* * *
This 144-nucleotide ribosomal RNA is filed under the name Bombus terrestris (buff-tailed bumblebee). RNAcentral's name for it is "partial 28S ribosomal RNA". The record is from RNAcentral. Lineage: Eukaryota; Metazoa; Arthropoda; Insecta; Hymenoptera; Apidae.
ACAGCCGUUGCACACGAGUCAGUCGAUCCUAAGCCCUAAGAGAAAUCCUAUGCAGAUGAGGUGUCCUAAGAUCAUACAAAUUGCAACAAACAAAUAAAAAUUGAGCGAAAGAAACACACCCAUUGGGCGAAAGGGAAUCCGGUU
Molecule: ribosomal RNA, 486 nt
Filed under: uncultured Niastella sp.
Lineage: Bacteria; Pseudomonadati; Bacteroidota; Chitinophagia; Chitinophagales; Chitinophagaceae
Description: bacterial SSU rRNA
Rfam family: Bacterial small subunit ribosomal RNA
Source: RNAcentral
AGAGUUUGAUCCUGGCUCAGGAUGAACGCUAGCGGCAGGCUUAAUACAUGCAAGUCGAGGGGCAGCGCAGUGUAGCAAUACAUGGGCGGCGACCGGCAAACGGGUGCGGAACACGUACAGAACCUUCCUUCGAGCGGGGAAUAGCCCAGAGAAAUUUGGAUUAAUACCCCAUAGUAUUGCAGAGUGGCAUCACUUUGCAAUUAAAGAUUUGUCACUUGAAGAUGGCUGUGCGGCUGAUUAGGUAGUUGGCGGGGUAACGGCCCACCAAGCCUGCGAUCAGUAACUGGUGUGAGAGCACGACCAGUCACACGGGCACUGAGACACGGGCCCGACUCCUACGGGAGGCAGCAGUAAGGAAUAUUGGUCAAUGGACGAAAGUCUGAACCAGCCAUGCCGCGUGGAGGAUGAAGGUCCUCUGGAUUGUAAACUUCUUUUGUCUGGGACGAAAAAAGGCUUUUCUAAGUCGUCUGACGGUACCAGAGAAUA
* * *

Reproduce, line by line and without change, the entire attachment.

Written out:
This 144-nucleotide ribosomal RNA is filed under the name Bombus terrestris (buff-tailed bumblebee). RNAcentral's name for it is "partial 28S ribosomal RNA". The record is from RNAcentral. Lineage: Eukaryota; Metazoa; Arthropoda; Insecta; Hymenoptera; Apidae.
ACAGCCGUUGCACACGAGUCAGUCGAUCCUAAGCCCUAAGAGAAAUCCUAUGCAGAUGAGGUGUCCUAAGAUCAUACAAAUUGCAACAAACAAAUAAAAAUUGAGCGAAAGAAACACACCCAUUGGGCGAAAGGGAAUCCGGUU
Molecule: ribosomal RNA, 486 nt
Filed under: uncultured Niastella sp.
Lineage: Bacteria; Pseudomonadati; Bacteroidota; Chitinophagia; Chitinophagales; Chitinophagaceae
Description: bacterial SSU rRNA
Rfam family: Bacterial small subunit ribosomal RNA
Source: RNAcentral
AGAGUUUGAUCCUGGCUCAGGAUGAACGCUAGCGGCAGGCUUAAUACAUGCAAGUCGAGGGGCAGCGCAGUGUAGCAAUACAUGGGCGGCGACCGGCAAACGGGUGCGGAACACGUACAGAACCUUCCUUCGAGCGGGGAAUAGCCCAGAGAAAUUUGGAUUAAUACCCCAUAGUAUUGCAGAGUGGCAUCACUUUGCAAUUAAAGAUUUGUCACUUGAAGAUGGCUGUGCGGCUGAUUAGGUAGUUGGCGGGGUAACGGCCCACCAAGCCUGCGAUCAGUAACUGGUGUGAGAGCACGACCAGUCACACGGGCACUGAGACACGGGCCCGACUCCUACGGGAGGCAGCAGUAAGGAAUAUUGGUCAAUGGACGAAAGUCUGAACCAGCCAUGCCGCGUGGAGGAUGAAGGUCCUCUGGAUUGUAAACUUCUUUUGUCUGGGACGAAAAAAGGCUUUUCUAAGUCGUCUGACGGUACCAGAGAAUA